In 1911, relief work revealed no new horrors and Austin, Pa., believed that it knew the worst of the calamity that overwhelmed it on Saturday afternoon when the waters of the broken Bayless Dam swept the valley. The number of known dead stood at 32, while the hastily counted census showed 54 still missing. Great inroads had been made into the mass of tangled debris. A steam log roller at work along the tracks of the Buffalo & Susquehanna railroad, whose tracks lay in the middle of the wreckage, picked up and tossed aside whole buildings. Beneath one of the buildings three bodies were found. They were those of a mother an infant and a child about 5 years of age. The children were found clasped in the mother's arms.
A good-sized audience at the Samuels Opera House in Jamestown was very much pleased by the truly wonderful display of motion pictures in the natural colors, depicting the festivities attending the coronation of George and Mary as King and Queen of England, as shown by the Kinemacolor Company of America. The pictures of the coronation were taken from the very best vantage points by special and exclusive permission of the comptroller of the king's household. For this reason, a better view of the parades and ceremonies could be obtained from these pictures than could have been obtained from any seat in the stands during the parade.
In 1936, Coroner William B. Crandall, Westfield, was investigating the death of Arthur Brown, 36, Randolph, which occurred at the Jamestown General Hospital from injuries received shortly before midnight when he was run over by a Jamestown Street Railway Company streetcar on the Celoron line on Jones & Gifford Avenue. Jay M. Branning, 52, operator of the car which struck the man, said the accident occurred at 11:40 p.m., on a straight stretch of track and that he didn't see Brown lying curled up between the rails until the car was too close to the man to stop in time to avoid an accident.
The annual financial campaign of the Chautauqua County Society for the Prevention of Cruelty to Animals would be opened on Oct. 5. Mrs. Winogene S. Hiles, field secretary, issued the following appeal: "We have traveled far since Henry Berg stood on a New York city pavement contemplating some lobsters broiling in the sun, with thoughts crystallizing, which eventually furnished the incentive for our first Humane Society. We have come a long way in the right direction toward an understanding of the needs of animals, and in our merciful efforts to meet them?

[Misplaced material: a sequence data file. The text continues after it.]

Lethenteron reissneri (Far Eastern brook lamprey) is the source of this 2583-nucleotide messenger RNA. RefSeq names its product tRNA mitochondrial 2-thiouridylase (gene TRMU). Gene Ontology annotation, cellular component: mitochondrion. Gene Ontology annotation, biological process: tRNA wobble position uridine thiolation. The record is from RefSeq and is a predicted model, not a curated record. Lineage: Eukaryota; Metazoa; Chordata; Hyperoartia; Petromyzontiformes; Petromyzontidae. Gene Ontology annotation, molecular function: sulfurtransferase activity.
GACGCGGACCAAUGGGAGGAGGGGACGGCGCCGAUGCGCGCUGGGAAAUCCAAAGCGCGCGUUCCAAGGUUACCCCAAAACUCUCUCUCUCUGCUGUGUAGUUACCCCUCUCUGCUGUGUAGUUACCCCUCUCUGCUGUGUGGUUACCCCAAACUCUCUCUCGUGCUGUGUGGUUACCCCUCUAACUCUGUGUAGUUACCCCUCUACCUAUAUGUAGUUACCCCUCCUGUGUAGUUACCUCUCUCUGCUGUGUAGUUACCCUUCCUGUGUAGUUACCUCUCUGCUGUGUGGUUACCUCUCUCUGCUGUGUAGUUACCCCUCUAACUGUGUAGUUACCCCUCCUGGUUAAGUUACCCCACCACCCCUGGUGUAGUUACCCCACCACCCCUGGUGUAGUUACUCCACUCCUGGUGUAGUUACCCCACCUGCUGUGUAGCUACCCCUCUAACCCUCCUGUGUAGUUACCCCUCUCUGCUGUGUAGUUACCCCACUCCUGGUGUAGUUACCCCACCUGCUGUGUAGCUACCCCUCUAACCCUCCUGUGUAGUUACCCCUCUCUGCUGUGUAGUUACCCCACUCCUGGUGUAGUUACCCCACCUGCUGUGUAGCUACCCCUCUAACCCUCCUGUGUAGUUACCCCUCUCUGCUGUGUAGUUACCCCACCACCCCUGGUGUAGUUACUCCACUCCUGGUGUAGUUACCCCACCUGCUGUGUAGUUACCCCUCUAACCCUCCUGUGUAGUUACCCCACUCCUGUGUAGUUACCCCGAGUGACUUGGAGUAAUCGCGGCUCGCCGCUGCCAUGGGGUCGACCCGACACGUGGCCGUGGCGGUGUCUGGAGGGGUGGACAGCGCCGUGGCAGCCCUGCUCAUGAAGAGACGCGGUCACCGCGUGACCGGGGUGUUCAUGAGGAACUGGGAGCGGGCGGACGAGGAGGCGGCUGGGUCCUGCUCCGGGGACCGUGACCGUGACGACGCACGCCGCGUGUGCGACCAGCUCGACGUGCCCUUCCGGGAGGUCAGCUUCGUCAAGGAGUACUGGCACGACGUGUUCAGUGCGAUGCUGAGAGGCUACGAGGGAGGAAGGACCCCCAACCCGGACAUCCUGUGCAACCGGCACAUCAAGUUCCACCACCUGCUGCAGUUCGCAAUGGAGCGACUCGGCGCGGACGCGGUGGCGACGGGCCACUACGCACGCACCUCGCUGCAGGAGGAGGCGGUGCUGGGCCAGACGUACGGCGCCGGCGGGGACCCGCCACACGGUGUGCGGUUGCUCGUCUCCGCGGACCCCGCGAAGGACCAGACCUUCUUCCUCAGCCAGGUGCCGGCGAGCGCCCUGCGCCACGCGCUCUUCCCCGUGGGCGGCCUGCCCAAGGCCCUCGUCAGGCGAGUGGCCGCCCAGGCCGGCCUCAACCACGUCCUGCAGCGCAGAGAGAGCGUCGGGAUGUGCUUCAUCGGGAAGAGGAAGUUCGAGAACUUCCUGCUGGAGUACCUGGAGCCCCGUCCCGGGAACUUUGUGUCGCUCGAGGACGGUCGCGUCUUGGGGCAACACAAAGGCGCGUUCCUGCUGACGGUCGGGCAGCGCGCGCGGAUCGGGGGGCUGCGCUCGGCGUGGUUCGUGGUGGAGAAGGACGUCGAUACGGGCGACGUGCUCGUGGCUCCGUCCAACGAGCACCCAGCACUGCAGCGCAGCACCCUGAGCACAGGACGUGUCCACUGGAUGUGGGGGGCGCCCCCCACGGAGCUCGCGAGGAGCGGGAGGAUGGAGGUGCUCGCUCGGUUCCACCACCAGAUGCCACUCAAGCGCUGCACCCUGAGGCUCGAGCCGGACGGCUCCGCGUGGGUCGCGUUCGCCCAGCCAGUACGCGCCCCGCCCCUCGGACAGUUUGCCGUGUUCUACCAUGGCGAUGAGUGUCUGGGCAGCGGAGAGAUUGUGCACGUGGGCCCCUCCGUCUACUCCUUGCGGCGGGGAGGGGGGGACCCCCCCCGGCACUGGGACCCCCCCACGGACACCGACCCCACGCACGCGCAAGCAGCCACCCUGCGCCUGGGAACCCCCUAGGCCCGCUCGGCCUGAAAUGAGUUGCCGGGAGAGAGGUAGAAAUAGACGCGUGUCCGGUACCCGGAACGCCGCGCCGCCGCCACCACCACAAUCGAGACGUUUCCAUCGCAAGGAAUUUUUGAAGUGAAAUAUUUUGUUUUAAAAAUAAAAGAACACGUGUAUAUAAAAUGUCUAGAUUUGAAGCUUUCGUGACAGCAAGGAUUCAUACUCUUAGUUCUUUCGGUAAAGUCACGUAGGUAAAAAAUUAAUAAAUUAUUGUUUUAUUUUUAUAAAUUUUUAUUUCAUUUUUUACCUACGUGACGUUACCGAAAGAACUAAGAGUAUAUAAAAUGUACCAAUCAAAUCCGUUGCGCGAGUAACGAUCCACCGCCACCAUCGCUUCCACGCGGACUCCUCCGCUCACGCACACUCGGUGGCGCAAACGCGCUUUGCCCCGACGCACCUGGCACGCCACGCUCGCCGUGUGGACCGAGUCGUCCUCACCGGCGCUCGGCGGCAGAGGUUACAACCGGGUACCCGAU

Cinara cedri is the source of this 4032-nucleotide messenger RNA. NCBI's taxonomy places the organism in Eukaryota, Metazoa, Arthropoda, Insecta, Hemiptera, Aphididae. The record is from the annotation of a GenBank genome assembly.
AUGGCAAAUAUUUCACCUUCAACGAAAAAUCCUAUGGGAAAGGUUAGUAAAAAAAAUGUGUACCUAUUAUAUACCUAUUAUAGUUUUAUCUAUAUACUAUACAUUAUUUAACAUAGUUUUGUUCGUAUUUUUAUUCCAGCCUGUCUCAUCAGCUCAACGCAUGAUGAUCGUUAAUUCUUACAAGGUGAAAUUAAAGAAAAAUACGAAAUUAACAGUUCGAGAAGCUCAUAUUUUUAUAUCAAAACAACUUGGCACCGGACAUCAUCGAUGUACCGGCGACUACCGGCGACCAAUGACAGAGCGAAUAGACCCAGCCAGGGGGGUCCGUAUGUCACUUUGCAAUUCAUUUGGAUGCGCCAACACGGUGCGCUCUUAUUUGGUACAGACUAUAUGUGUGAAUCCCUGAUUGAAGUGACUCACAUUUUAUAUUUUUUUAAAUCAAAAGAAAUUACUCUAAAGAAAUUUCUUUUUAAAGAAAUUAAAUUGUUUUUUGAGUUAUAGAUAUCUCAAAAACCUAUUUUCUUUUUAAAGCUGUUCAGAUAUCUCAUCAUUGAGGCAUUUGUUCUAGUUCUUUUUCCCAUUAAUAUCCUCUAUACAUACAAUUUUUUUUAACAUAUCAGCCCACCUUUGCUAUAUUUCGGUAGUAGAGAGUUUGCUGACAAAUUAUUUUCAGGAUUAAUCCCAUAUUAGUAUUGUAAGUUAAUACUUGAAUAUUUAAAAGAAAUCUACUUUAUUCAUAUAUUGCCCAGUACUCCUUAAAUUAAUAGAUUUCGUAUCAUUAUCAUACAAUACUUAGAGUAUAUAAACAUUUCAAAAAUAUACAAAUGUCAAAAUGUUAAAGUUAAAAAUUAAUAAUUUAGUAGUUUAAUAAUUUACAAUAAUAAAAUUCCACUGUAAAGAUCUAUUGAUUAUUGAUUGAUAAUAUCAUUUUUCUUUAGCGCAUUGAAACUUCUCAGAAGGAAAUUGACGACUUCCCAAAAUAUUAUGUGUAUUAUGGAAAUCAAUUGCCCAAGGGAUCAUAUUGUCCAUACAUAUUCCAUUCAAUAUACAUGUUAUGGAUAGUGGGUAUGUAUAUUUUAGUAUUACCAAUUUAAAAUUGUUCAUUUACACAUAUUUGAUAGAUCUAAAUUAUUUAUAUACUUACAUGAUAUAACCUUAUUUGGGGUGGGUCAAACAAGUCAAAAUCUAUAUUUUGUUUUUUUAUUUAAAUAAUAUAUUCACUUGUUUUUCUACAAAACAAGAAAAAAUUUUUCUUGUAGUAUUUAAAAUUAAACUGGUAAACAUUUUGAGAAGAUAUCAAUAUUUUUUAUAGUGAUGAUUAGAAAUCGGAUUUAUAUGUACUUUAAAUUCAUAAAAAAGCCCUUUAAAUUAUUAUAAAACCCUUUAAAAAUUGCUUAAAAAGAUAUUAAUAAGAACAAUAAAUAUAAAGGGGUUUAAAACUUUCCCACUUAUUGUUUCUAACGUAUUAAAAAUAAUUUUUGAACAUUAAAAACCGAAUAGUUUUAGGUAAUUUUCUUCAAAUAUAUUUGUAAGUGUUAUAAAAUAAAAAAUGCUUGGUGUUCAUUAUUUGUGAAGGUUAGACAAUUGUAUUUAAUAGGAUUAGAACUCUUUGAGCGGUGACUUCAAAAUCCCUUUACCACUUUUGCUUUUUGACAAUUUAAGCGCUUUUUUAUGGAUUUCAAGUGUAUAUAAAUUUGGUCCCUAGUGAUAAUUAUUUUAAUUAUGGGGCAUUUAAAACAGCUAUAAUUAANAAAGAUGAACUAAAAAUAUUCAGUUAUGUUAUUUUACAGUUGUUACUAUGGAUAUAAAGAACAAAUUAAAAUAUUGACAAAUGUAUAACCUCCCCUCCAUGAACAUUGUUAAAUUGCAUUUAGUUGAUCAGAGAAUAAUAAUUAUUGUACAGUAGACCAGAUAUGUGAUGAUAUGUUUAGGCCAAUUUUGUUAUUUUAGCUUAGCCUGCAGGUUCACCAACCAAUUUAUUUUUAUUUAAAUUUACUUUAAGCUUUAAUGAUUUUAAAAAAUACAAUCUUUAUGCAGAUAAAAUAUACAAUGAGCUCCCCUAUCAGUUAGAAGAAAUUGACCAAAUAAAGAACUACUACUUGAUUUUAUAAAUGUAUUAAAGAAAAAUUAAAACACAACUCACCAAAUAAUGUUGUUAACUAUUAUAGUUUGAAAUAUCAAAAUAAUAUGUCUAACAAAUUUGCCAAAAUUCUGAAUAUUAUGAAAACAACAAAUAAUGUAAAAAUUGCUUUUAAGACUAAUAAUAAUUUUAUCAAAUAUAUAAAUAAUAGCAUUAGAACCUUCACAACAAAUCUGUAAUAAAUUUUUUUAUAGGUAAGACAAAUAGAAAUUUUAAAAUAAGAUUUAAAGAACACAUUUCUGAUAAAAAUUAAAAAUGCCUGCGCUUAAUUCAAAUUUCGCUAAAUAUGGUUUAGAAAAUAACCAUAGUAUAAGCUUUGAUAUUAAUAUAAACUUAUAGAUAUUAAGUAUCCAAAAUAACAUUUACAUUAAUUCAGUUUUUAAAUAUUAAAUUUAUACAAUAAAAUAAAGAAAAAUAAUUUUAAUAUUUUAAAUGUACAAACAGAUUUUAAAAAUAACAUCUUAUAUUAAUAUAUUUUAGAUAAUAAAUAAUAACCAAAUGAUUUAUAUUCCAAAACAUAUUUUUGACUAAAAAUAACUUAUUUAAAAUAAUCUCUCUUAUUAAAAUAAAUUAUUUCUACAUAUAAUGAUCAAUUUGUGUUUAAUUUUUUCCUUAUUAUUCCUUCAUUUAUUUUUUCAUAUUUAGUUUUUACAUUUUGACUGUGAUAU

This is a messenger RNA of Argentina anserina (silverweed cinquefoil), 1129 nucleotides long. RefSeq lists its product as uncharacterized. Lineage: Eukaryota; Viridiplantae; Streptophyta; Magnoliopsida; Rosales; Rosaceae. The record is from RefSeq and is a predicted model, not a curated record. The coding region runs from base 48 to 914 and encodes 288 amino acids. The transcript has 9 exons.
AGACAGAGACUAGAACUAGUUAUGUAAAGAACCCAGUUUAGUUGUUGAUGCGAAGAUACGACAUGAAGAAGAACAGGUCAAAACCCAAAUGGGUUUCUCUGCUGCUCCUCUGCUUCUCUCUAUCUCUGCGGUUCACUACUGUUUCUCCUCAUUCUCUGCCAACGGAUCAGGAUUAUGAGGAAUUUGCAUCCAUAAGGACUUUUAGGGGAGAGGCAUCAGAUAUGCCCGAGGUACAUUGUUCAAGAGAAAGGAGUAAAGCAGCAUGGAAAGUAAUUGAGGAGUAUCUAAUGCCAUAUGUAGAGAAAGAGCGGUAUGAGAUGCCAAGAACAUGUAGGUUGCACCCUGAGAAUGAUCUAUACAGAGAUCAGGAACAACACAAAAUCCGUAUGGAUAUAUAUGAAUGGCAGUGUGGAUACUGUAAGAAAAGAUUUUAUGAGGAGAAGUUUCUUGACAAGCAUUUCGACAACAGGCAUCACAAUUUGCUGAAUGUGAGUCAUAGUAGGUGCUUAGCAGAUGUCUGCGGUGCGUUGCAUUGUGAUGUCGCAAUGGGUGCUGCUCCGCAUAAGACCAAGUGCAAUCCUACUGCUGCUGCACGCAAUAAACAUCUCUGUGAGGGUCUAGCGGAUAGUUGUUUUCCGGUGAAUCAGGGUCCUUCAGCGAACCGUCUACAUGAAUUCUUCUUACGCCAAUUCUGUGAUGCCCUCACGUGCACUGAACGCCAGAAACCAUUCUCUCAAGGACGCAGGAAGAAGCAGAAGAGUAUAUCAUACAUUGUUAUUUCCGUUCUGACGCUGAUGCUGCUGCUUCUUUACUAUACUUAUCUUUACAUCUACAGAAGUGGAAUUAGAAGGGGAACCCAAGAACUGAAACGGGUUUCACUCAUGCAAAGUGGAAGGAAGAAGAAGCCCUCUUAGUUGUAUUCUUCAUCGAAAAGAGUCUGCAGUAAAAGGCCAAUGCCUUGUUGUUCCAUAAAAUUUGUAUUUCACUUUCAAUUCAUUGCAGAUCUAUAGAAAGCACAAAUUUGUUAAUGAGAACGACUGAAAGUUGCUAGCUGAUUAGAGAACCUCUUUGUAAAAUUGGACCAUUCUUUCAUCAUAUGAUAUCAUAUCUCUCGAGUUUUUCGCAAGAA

In 1961, the city administration was prepared to begin condemnation proceedings to clear the way for a start on the $800,000 North Main Street Parking Ramp in Jamestown. Involved was a building at 8 W. First St., owned by James N. Sfetko, operator of Jimmy's Busy Bee Restaurant and a lease held by Samuel Lisciandro, who ran a restaurant at 119 N. Main St. The city owned the building at 119 North Main and Mr. Lisciandro held the lease which had about 1 years to run. Plans for the 300-car off-street ramp project had progressed to such a degree that acquisition of the block had to be obtained quickly so demolition work could begin.
Leo J. Mleczko, 44, charged with first degree murder in the slaying of Dunkirk Police Lt. Mark Elfman, was reported "slightly improved" in Brooks Memorial Hospital where he was a patient, guarded by two policemen. Coroner Ralph J. Wallace of Westfield announced that Lieutenant Elfman, father of eight children, was killed by the lone shot fired by Mleczko from a double barreled shotgun. Patrolman Gordon R. Vetters fired three shots from his service pistol through the glass front door of the Mleczko home, striking Mleczko in the right shoulder, the left abdomen and the right thigh.
In 1986, Congressional candidates Amory Houghton Jr. and Larry Himelein squared off in their first debate at Corning Community College, trading barbs and tackling an array of issues. Both took opportunities to launch attacks against the other. Himelein, the Democratic candidate and Cattaraugus County district attorney, charged Houghton would represent special interests if elected based on his standing on the Grace Commission and his opposition to the tax reform bill. Houghton, the Republican candidate and former chairman of Corning Glass Works, charged Himelein was running a purely negative campaign and bad-mouthing Corning Glass Works by accusing the company of not paying its fair share of taxes.
Government red tape prevented famed aerialist Philippe Petit from crossing the Niagara Gorge on a tightrope a decade ago, but he was to get his chance to accomplish at least part of that stunt, according to a movie company spokeswoman. At 1 p.m. the following day, Petit would re-create the Great Blondin's Aug. 19, 1859, walk across the Gorge for a movie, said Minny Cormier, publicist for a Niagara Falls, Ontario, film company. She said Petit would walk part way across the Gorge over the Niagara River - about 45 feet.